The “Sesame Street” Episode That Taught Children About Death

The “Farewell, Mr. Hooper” episode on PBS’ Sesame Street first aired in November 1983. The moving episode teaches children about death, something that is notoriously difficult to do.

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Who Was Mr. Hooper?

Mr. Harold Hooper was one of the first four human characters to appear on Sesame Street. He is the original owner of the variety store in the neighborhood where the muppets and people hang out, called Hooper’s Store. Big Bird often came in to talk to Mr. Hooper, played by Will Lee, and get his birdseed milkshake. Hooper was seen as a good-hearted but slightly cranky old gent who had a great relationship with Big Bird (Caroll Spinney). Big Bird often miscalled him “Looper” and other rhyming names, but surely out of love.

Episode Plot

In “Farewell, Mr. Hooper,” Big Bird learns that the original owner of the Hooper’s Store had died. In real life, Lee did die of a heart attack. Sesame Street head writer Norman Stiles wrote the episode, and it aired on Thanksgiving Day in 1983. The writers and producers, including executive producer Dulcy, singer of the show, thought to recast Hooper, but instead used Lee’s death as a teaching moment.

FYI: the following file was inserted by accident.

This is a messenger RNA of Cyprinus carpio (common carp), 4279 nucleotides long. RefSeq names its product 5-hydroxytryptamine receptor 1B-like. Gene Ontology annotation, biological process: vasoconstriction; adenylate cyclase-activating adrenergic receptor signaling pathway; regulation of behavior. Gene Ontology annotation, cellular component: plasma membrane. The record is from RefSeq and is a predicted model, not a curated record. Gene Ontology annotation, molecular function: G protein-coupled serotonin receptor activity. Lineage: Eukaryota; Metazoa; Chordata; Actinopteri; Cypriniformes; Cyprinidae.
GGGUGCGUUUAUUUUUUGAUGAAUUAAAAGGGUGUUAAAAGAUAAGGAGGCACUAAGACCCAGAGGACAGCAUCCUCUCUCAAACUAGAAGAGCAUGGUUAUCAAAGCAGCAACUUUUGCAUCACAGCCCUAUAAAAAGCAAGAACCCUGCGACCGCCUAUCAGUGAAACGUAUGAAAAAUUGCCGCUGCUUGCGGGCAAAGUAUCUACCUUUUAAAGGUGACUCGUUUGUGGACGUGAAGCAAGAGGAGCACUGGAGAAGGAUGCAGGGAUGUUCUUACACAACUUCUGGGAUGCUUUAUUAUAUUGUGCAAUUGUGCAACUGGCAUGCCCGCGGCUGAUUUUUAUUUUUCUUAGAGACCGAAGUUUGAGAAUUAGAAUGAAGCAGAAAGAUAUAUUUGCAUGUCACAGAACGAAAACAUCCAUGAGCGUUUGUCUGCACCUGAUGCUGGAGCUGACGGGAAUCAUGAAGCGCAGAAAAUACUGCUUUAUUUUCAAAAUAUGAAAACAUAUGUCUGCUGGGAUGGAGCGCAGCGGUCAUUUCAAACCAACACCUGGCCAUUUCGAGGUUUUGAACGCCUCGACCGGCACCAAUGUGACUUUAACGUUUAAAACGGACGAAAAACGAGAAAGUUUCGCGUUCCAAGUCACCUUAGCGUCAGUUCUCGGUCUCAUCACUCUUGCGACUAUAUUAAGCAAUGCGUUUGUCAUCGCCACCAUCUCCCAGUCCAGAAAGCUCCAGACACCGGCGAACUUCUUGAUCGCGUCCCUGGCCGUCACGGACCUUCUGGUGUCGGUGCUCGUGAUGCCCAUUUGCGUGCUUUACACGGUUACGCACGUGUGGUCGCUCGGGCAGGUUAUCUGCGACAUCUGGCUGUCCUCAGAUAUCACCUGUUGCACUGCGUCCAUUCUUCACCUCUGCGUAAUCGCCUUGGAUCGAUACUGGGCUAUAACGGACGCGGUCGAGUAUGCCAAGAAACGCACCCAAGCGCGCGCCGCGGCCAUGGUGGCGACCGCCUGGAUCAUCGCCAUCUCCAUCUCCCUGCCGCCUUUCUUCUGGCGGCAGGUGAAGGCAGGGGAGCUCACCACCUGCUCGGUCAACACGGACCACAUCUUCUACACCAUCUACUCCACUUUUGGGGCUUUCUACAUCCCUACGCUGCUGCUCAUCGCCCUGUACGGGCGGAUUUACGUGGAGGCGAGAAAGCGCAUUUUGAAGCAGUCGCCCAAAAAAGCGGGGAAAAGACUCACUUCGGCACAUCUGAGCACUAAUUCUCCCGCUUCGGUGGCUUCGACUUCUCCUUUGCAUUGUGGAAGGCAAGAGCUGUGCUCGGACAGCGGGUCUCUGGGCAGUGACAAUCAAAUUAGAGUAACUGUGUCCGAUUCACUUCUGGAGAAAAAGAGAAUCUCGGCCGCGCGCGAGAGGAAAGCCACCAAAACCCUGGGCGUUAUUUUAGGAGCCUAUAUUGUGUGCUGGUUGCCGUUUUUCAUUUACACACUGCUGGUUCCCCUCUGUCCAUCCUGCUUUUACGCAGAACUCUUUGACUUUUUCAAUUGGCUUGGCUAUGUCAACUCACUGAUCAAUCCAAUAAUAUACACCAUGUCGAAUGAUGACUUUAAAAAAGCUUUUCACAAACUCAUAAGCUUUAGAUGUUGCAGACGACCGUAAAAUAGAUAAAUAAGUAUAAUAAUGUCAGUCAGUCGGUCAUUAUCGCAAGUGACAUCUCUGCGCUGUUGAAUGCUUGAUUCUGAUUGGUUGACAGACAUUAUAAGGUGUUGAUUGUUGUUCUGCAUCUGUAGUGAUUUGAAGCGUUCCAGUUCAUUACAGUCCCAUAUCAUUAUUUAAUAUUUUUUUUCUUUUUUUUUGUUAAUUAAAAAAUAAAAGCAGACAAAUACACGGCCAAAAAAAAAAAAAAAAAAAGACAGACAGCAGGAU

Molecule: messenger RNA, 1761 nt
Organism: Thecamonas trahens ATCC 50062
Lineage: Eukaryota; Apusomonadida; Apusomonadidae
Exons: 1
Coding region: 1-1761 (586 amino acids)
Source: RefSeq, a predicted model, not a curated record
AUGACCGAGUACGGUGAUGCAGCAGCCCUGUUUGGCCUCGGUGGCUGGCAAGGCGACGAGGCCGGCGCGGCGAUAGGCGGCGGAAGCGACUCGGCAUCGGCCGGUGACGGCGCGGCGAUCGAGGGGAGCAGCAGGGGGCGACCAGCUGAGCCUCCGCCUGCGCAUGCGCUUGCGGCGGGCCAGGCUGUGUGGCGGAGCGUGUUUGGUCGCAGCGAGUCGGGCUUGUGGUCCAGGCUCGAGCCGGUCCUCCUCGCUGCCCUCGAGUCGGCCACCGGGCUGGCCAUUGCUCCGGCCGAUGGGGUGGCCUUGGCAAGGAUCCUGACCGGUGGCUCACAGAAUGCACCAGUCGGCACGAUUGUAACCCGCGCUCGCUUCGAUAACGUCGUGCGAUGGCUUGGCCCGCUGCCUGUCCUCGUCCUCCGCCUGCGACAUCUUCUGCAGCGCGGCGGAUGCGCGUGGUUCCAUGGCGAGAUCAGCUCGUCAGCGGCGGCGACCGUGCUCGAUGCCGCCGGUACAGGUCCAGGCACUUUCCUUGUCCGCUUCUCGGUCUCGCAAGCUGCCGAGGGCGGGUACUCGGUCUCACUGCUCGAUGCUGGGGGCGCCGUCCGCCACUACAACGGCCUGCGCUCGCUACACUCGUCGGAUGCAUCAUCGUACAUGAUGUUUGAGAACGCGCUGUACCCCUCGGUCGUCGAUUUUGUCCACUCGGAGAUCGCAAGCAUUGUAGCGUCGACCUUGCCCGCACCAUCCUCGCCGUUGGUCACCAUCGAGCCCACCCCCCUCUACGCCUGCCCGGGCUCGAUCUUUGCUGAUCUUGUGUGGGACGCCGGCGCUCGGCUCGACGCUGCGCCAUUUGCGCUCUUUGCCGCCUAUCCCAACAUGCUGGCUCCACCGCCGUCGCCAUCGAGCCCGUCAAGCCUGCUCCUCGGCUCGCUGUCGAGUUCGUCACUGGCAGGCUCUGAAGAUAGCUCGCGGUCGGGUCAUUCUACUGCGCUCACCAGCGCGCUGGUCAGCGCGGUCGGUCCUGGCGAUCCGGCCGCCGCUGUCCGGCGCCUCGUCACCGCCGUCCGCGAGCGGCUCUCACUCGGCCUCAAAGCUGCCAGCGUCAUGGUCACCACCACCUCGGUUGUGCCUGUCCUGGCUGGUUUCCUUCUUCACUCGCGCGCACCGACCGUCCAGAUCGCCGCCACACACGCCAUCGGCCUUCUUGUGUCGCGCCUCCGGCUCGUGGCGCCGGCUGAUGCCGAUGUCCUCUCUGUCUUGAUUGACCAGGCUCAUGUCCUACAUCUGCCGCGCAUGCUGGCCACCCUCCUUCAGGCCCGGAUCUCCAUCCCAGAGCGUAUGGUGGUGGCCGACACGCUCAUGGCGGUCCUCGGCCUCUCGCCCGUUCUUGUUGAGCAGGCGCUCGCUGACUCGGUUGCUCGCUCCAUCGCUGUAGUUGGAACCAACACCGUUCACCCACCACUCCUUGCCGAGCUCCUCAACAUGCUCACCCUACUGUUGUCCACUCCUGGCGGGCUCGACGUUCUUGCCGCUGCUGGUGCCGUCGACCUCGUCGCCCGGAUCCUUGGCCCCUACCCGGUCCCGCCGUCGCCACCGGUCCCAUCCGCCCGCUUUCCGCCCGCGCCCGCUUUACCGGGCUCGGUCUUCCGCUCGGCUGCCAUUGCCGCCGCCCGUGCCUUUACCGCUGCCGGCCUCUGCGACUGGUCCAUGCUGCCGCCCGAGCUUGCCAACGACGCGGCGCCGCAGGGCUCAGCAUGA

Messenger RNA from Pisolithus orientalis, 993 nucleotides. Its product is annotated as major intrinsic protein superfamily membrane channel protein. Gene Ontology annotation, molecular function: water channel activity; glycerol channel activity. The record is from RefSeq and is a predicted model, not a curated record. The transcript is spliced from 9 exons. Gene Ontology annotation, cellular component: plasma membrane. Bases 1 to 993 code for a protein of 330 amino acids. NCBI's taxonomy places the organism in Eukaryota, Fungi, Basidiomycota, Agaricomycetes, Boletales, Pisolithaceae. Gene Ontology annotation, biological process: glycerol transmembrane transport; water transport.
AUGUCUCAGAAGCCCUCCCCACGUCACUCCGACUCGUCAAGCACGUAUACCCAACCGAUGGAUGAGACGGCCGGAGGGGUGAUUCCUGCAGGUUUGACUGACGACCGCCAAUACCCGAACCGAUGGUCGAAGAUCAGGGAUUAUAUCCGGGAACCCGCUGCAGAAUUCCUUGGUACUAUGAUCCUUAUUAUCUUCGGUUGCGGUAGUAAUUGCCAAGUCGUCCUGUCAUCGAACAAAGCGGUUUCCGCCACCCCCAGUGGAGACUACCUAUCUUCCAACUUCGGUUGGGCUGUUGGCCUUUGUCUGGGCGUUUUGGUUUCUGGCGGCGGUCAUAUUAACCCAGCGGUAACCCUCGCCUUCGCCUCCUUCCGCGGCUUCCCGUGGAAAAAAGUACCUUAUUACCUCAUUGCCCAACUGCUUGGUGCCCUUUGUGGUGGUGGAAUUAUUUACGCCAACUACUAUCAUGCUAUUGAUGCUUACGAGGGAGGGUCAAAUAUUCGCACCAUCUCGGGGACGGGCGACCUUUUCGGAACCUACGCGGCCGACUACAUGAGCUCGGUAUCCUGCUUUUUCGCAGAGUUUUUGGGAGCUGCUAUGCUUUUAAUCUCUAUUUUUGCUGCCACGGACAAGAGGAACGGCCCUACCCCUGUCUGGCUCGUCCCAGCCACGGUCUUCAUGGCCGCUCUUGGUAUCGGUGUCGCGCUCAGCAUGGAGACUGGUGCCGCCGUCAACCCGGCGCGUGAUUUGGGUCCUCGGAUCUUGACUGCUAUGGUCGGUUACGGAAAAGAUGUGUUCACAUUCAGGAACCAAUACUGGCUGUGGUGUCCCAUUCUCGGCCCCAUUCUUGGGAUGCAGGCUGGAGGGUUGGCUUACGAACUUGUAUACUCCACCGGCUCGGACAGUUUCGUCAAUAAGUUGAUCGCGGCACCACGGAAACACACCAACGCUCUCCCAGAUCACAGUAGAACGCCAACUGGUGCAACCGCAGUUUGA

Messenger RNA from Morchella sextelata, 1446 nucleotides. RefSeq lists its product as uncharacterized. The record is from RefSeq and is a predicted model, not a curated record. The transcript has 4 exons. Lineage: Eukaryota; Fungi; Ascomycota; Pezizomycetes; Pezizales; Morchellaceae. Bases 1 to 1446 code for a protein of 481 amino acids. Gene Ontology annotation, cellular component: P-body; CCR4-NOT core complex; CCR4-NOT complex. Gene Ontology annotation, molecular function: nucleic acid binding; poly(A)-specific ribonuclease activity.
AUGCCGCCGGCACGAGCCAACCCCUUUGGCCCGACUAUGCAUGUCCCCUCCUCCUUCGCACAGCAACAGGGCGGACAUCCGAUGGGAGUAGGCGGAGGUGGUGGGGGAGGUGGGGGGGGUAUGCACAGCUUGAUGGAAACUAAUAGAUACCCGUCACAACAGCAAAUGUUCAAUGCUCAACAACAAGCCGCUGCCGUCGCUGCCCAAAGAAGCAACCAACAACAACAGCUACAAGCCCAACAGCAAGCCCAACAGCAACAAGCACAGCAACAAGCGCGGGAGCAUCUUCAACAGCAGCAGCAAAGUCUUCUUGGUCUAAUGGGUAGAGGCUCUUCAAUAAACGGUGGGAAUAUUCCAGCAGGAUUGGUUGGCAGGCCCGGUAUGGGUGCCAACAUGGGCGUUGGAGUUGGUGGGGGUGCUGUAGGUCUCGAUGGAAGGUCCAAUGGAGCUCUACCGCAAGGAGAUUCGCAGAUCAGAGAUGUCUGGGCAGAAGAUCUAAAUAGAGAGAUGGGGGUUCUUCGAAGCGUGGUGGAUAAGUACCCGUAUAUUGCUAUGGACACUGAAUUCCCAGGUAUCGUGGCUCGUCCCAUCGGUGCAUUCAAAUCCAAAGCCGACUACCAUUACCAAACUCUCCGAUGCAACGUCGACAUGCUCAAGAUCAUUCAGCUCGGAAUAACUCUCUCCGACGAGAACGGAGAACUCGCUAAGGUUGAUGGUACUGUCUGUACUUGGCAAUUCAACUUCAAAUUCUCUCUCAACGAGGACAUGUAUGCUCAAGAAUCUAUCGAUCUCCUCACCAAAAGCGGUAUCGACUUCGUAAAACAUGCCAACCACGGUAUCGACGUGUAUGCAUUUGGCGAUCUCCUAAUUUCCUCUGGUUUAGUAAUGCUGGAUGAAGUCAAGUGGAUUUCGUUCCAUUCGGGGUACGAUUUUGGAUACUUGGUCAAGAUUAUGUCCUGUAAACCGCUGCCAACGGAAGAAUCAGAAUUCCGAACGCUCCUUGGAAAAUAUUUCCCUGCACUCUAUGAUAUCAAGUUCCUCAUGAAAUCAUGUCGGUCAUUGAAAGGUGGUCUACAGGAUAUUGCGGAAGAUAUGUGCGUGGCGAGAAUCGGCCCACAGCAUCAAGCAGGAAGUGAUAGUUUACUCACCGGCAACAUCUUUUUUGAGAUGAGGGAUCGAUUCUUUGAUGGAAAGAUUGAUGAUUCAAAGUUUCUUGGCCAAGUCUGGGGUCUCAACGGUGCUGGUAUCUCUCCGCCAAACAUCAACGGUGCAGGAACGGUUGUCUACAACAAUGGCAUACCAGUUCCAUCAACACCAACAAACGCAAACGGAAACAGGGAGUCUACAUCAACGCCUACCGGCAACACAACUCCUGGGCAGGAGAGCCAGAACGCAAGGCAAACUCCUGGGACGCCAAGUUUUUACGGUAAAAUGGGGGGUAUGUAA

Big Bird is told by another character, Susan (Loretta Long), that “Mr. Hooper is not coming back…When people die, people don’t come back.” The scene in which this happens is very touching, and Big Bird says that he has drawn some pictures of Mr. Hooper’s picture, in which, he will give it to him when he comes back. After processing, Big Bird’s last quote, showing a form of closure to Mr. Hooper’s death, comes when he talks to the other adults about a baby coming to the Sesame Street. He says: “You know what the nice thing is about new babies? One day they’re not here, and the next day, here they are.”

Sesame Street: “Goodbye Mr. Hooper”


This Sesame Street episode is seen as being one of the show’s most teachable and honest moments. And the lessons definitely seemed to land. A few studies were completed on the episode, and many children seemed to grasp the concept of death being permanent.

The episode’s impact spoke volumes to Will Lee’s impact on those who watched him on television. He was extremely well regarded, and the co-creator Joan Cooney, who was also at Children’s Television Workshop, said that he showed the world that the aged and the young weren’t as different as people thought. Another cast member, Bob McGrath, who was in the first episode alongside Lee and said:

“Will had a broader dimension to his character than perhaps the rest of us did … He convinced me that no matter how simple the scene was with a child, you had to bring a tremendous integrity and an honesty and credibility to it”.

The New York Times also said that Mr. Hooper’s character was the favorite human character and most often recognized by the show’s young viewers. “Farewell, Mr. Hooper” was truly a sentiment felt by many.

Watch: Sesame Street Puppeteer Caroll Spinney, Voice of Big Bird, Dies at 85

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